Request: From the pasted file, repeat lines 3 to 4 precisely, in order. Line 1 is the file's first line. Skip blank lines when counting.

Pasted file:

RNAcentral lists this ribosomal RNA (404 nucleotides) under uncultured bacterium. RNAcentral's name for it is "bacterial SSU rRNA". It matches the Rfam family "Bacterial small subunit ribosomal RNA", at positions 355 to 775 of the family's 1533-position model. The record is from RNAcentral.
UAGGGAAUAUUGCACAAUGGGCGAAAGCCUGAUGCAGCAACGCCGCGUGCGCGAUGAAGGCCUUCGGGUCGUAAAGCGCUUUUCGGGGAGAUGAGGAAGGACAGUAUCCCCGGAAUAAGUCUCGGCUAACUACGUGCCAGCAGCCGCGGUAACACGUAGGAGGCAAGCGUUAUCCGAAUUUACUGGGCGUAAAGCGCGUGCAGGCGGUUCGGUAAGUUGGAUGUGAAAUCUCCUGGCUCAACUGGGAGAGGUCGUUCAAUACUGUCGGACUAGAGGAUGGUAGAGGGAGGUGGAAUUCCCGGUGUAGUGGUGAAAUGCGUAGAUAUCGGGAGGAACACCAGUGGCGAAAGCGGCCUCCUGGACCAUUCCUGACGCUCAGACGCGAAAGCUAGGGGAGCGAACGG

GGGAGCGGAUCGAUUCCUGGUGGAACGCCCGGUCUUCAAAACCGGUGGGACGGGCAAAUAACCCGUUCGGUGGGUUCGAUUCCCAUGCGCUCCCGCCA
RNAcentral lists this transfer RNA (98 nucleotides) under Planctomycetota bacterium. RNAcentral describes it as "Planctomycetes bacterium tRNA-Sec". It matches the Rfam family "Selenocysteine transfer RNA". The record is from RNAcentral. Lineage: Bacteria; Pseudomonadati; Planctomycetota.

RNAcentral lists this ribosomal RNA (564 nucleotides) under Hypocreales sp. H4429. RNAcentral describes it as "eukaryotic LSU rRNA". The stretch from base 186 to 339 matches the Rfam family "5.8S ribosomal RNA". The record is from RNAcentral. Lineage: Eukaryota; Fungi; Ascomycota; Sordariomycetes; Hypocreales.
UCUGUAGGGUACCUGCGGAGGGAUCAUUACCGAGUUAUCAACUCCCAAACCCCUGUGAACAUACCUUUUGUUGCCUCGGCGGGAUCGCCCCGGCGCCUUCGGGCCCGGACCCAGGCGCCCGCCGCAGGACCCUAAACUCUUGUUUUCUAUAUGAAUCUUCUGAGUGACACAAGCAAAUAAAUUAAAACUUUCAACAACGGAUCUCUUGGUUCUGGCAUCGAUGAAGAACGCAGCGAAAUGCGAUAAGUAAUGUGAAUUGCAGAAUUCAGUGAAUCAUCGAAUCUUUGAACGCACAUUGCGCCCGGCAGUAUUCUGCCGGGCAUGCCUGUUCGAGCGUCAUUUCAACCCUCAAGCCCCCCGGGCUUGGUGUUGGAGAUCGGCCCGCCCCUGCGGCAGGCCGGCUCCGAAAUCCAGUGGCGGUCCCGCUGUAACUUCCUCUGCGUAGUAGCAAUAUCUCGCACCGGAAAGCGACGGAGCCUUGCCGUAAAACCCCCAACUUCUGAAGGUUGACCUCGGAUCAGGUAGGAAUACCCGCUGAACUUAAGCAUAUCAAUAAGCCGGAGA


GGGAGCGGAUCGAUUCCUGGUGGAACGCCCGGUCUUCAAAACCGGUGGGACGGGCAAAUAACCCGUUCGGUGGGUUCGAUUCCCAUGCGCUCCCGCCA
RNAcentral lists this transfer RNA (98 nucleotides) under Planctomycetota bacterium. RNAcentral describes it as "Planctomycetes bacterium tRNA-Sec". It matches the Rfam family "Selenocysteine transfer RNA". The record is from RNAcentral. Lineage: Bacteria; Pseudomonadati; Planctomycetota.